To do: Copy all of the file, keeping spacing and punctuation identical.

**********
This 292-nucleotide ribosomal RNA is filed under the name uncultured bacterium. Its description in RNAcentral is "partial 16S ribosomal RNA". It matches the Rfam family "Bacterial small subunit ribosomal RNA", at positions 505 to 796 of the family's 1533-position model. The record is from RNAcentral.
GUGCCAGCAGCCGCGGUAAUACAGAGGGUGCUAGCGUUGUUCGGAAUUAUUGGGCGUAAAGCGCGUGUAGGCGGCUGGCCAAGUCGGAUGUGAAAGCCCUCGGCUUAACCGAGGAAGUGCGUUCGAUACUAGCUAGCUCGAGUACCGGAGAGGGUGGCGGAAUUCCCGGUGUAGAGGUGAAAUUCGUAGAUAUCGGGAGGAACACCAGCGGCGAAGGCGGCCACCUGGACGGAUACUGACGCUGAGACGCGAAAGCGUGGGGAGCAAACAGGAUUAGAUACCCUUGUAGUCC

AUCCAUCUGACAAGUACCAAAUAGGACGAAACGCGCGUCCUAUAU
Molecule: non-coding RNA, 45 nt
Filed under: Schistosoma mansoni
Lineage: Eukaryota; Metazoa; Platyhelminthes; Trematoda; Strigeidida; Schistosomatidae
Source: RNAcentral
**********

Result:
This 292-nucleotide ribosomal RNA is filed under the name uncultured bacterium. Its description in RNAcentral is "partial 16S ribosomal RNA". It matches the Rfam family "Bacterial small subunit ribosomal RNA", at positions 505 to 796 of the family's 1533-position model. The record is from RNAcentral.
GUGCCAGCAGCCGCGGUAAUACAGAGGGUGCUAGCGUUGUUCGGAAUUAUUGGGCGUAAAGCGCGUGUAGGCGGCUGGCCAAGUCGGAUGUGAAAGCCCUCGGCUUAACCGAGGAAGUGCGUUCGAUACUAGCUAGCUCGAGUACCGGAGAGGGUGGCGGAAUUCCCGGUGUAGAGGUGAAAUUCGUAGAUAUCGGGAGGAACACCAGCGGCGAAGGCGGCCACCUGGACGGAUACUGACGCUGAGACGCGAAAGCGUGGGGAGCAAACAGGAUUAGAUACCCUUGUAGUCC

AUCCAUCUGACAAGUACCAAAUAGGACGAAACGCGCGUCCUAUAU
Molecule: non-coding RNA, 45 nt
Filed under: Schistosoma mansoni
Lineage: Eukaryota; Metazoa; Platyhelminthes; Trematoda; Strigeidida; Schistosomatidae
Source: RNAcentral